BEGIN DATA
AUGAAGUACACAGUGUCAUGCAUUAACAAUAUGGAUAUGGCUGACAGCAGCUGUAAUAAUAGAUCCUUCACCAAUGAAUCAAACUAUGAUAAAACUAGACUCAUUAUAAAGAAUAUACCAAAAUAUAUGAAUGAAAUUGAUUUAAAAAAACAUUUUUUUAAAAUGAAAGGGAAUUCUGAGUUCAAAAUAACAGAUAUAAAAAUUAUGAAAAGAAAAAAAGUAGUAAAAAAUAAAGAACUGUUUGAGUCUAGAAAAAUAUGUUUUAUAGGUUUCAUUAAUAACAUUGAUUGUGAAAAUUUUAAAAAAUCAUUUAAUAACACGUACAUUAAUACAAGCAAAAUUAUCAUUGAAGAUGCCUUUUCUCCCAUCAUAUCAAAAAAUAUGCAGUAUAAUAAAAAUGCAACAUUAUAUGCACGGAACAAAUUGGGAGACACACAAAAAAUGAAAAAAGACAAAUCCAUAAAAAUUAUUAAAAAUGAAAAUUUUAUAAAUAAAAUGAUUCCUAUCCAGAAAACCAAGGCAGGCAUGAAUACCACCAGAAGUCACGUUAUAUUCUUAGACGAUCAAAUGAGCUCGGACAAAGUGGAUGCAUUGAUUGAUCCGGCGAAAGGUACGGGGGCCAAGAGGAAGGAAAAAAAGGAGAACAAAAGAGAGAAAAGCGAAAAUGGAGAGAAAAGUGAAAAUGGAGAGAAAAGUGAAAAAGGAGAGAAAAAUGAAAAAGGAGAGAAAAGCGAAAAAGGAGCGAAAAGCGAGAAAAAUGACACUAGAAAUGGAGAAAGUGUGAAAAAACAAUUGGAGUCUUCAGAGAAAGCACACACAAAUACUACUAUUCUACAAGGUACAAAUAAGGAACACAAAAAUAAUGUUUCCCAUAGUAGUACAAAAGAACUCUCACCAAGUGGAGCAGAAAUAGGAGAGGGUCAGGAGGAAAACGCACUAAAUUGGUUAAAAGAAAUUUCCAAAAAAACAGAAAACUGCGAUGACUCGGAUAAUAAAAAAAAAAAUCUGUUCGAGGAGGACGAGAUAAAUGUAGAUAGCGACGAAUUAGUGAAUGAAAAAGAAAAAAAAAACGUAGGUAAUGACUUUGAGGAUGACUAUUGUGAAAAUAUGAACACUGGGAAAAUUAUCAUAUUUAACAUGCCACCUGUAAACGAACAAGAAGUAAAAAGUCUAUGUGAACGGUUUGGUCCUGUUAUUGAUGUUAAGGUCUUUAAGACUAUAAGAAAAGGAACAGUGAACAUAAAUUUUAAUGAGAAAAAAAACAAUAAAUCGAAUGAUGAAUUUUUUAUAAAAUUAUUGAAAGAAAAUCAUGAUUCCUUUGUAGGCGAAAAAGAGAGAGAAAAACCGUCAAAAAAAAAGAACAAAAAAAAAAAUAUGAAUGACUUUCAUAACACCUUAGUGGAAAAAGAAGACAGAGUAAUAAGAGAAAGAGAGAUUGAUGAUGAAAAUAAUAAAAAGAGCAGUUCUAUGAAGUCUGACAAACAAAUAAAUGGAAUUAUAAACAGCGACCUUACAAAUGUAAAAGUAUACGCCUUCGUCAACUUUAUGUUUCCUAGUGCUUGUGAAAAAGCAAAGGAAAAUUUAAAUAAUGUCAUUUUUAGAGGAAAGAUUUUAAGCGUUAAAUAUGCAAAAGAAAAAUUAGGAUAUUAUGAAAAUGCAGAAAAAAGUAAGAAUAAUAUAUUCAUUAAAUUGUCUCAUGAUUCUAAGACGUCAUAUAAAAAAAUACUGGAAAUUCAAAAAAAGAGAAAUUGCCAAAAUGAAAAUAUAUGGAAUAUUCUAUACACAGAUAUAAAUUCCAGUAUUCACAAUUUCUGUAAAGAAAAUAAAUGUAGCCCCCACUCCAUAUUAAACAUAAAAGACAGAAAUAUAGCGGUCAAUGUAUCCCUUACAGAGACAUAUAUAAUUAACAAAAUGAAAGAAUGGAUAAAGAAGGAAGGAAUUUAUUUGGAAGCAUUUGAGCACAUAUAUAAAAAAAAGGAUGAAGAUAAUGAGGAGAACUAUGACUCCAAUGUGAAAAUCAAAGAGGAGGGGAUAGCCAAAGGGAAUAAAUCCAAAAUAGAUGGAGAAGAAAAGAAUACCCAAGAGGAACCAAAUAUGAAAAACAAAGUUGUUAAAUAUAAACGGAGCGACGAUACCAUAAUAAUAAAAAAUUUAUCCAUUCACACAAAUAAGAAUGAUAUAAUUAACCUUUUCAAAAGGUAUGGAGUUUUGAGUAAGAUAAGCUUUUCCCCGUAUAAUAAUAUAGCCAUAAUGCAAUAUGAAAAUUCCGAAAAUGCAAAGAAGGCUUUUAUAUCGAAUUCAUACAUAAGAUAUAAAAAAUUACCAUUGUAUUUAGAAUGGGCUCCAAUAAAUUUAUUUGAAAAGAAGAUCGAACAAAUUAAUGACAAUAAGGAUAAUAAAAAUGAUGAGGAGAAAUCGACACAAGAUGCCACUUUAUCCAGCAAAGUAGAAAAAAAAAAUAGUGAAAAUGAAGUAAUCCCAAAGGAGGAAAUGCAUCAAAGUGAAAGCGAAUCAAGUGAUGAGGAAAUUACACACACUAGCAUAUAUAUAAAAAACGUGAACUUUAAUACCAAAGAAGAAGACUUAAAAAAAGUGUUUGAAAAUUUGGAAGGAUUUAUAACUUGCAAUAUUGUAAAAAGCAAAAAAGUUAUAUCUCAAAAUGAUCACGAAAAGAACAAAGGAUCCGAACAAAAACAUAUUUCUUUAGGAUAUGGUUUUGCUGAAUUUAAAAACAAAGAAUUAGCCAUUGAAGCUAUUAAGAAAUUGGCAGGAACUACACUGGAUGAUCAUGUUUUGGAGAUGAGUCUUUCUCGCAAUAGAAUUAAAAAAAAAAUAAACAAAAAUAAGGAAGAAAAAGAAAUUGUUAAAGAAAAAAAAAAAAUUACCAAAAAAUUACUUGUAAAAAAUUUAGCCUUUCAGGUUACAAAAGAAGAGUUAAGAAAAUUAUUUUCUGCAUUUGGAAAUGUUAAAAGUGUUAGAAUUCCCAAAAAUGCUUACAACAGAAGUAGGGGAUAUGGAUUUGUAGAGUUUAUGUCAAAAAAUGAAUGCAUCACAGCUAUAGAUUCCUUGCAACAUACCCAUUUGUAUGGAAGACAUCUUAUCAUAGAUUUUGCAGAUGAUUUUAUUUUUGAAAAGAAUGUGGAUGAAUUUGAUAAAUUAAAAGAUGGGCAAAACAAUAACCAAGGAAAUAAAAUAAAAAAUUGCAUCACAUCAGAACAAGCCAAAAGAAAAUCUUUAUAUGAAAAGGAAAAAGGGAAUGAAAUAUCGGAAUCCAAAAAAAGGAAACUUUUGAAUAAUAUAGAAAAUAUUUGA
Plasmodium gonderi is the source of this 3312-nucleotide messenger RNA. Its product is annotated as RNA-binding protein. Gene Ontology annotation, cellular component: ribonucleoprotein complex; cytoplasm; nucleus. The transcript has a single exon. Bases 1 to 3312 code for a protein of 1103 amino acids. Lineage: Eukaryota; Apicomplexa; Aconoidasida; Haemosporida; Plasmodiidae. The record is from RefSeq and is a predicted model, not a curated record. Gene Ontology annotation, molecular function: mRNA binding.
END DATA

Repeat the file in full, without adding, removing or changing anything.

AUGAAGUACACAGUGUCAUGCAUUAACAAUAUGGAUAUGGCUGACAGCAGCUGUAAUAAUAGAUCCUUCACCAAUGAAUCAAACUAUGAUAAAACUAGACUCAUUAUAAAGAAUAUACCAAAAUAUAUGAAUGAAAUUGAUUUAAAAAAACAUUUUUUUAAAAUGAAAGGGAAUUCUGAGUUCAAAAUAACAGAUAUAAAAAUUAUGAAAAGAAAAAAAGUAGUAAAAAAUAAAGAACUGUUUGAGUCUAGAAAAAUAUGUUUUAUAGGUUUCAUUAAUAACAUUGAUUGUGAAAAUUUUAAAAAAUCAUUUAAUAACACGUACAUUAAUACAAGCAAAAUUAUCAUUGAAGAUGCCUUUUCUCCCAUCAUAUCAAAAAAUAUGCAGUAUAAUAAAAAUGCAACAUUAUAUGCACGGAACAAAUUGGGAGACACACAAAAAAUGAAAAAAGACAAAUCCAUAAAAAUUAUUAAAAAUGAAAAUUUUAUAAAUAAAAUGAUUCCUAUCCAGAAAACCAAGGCAGGCAUGAAUACCACCAGAAGUCACGUUAUAUUCUUAGACGAUCAAAUGAGCUCGGACAAAGUGGAUGCAUUGAUUGAUCCGGCGAAAGGUACGGGGGCCAAGAGGAAGGAAAAAAAGGAGAACAAAAGAGAGAAAAGCGAAAAUGGAGAGAAAAGUGAAAAUGGAGAGAAAAGUGAAAAAGGAGAGAAAAAUGAAAAAGGAGAGAAAAGCGAAAAAGGAGCGAAAAGCGAGAAAAAUGACACUAGAAAUGGAGAAAGUGUGAAAAAACAAUUGGAGUCUUCAGAGAAAGCACACACAAAUACUACUAUUCUACAAGGUACAAAUAAGGAACACAAAAAUAAUGUUUCCCAUAGUAGUACAAAAGAACUCUCACCAAGUGGAGCAGAAAUAGGAGAGGGUCAGGAGGAAAACGCACUAAAUUGGUUAAAAGAAAUUUCCAAAAAAACAGAAAACUGCGAUGACUCGGAUAAUAAAAAAAAAAAUCUGUUCGAGGAGGACGAGAUAAAUGUAGAUAGCGACGAAUUAGUGAAUGAAAAAGAAAAAAAAAACGUAGGUAAUGACUUUGAGGAUGACUAUUGUGAAAAUAUGAACACUGGGAAAAUUAUCAUAUUUAACAUGCCACCUGUAAACGAACAAGAAGUAAAAAGUCUAUGUGAACGGUUUGGUCCUGUUAUUGAUGUUAAGGUCUUUAAGACUAUAAGAAAAGGAACAGUGAACAUAAAUUUUAAUGAGAAAAAAAACAAUAAAUCGAAUGAUGAAUUUUUUAUAAAAUUAUUGAAAGAAAAUCAUGAUUCCUUUGUAGGCGAAAAAGAGAGAGAAAAACCGUCAAAAAAAAAGAACAAAAAAAAAAAUAUGAAUGACUUUCAUAACACCUUAGUGGAAAAAGAAGACAGAGUAAUAAGAGAAAGAGAGAUUGAUGAUGAAAAUAAUAAAAAGAGCAGUUCUAUGAAGUCUGACAAACAAAUAAAUGGAAUUAUAAACAGCGACCUUACAAAUGUAAAAGUAUACGCCUUCGUCAACUUUAUGUUUCCUAGUGCUUGUGAAAAAGCAAAGGAAAAUUUAAAUAAUGUCAUUUUUAGAGGAAAGAUUUUAAGCGUUAAAUAUGCAAAAGAAAAAUUAGGAUAUUAUGAAAAUGCAGAAAAAAGUAAGAAUAAUAUAUUCAUUAAAUUGUCUCAUGAUUCUAAGACGUCAUAUAAAAAAAUACUGGAAAUUCAAAAAAAGAGAAAUUGCCAAAAUGAAAAUAUAUGGAAUAUUCUAUACACAGAUAUAAAUUCCAGUAUUCACAAUUUCUGUAAAGAAAAUAAAUGUAGCCCCCACUCCAUAUUAAACAUAAAAGACAGAAAUAUAGCGGUCAAUGUAUCCCUUACAGAGACAUAUAUAAUUAACAAAAUGAAAGAAUGGAUAAAGAAGGAAGGAAUUUAUUUGGAAGCAUUUGAGCACAUAUAUAAAAAAAAGGAUGAAGAUAAUGAGGAGAACUAUGACUCCAAUGUGAAAAUCAAAGAGGAGGGGAUAGCCAAAGGGAAUAAAUCCAAAAUAGAUGGAGAAGAAAAGAAUACCCAAGAGGAACCAAAUAUGAAAAACAAAGUUGUUAAAUAUAAACGGAGCGACGAUACCAUAAUAAUAAAAAAUUUAUCCAUUCACACAAAUAAGAAUGAUAUAAUUAACCUUUUCAAAAGGUAUGGAGUUUUGAGUAAGAUAAGCUUUUCCCCGUAUAAUAAUAUAGCCAUAAUGCAAUAUGAAAAUUCCGAAAAUGCAAAGAAGGCUUUUAUAUCGAAUUCAUACAUAAGAUAUAAAAAAUUACCAUUGUAUUUAGAAUGGGCUCCAAUAAAUUUAUUUGAAAAGAAGAUCGAACAAAUUAAUGACAAUAAGGAUAAUAAAAAUGAUGAGGAGAAAUCGACACAAGAUGCCACUUUAUCCAGCAAAGUAGAAAAAAAAAAUAGUGAAAAUGAAGUAAUCCCAAAGGAGGAAAUGCAUCAAAGUGAAAGCGAAUCAAGUGAUGAGGAAAUUACACACACUAGCAUAUAUAUAAAAAACGUGAACUUUAAUACCAAAGAAGAAGACUUAAAAAAAGUGUUUGAAAAUUUGGAAGGAUUUAUAACUUGCAAUAUUGUAAAAAGCAAAAAAGUUAUAUCUCAAAAUGAUCACGAAAAGAACAAAGGAUCCGAACAAAAACAUAUUUCUUUAGGAUAUGGUUUUGCUGAAUUUAAAAACAAAGAAUUAGCCAUUGAAGCUAUUAAGAAAUUGGCAGGAACUACACUGGAUGAUCAUGUUUUGGAGAUGAGUCUUUCUCGCAAUAGAAUUAAAAAAAAAAUAAACAAAAAUAAGGAAGAAAAAGAAAUUGUUAAAGAAAAAAAAAAAAUUACCAAAAAAUUACUUGUAAAAAAUUUAGCCUUUCAGGUUACAAAAGAAGAGUUAAGAAAAUUAUUUUCUGCAUUUGGAAAUGUUAAAAGUGUUAGAAUUCCCAAAAAUGCUUACAACAGAAGUAGGGGAUAUGGAUUUGUAGAGUUUAUGUCAAAAAAUGAAUGCAUCACAGCUAUAGAUUCCUUGCAACAUACCCAUUUGUAUGGAAGACAUCUUAUCAUAGAUUUUGCAGAUGAUUUUAUUUUUGAAAAGAAUGUGGAUGAAUUUGAUAAAUUAAAAGAUGGGCAAAACAAUAACCAAGGAAAUAAAAUAAAAAAUUGCAUCACAUCAGAACAAGCCAAAAGAAAAUCUUUAUAUGAAAAGGAAAAAGGGAAUGAAAUAUCGGAAUCCAAAAAAAGGAAACUUUUGAAUAAUAUAGAAAAUAUUUGA
Plasmodium gonderi is the source of this 3312-nucleotide messenger RNA. Its product is annotated as RNA-binding protein. Gene Ontology annotation, cellular component: ribonucleoprotein complex; cytoplasm; nucleus. The transcript has a single exon. Bases 1 to 3312 code for a protein of 1103 amino acids. Lineage: Eukaryota; Apicomplexa; Aconoidasida; Haemosporida; Plasmodiidae. The record is from RefSeq and is a predicted model, not a curated record. Gene Ontology annotation, molecular function: mRNA binding.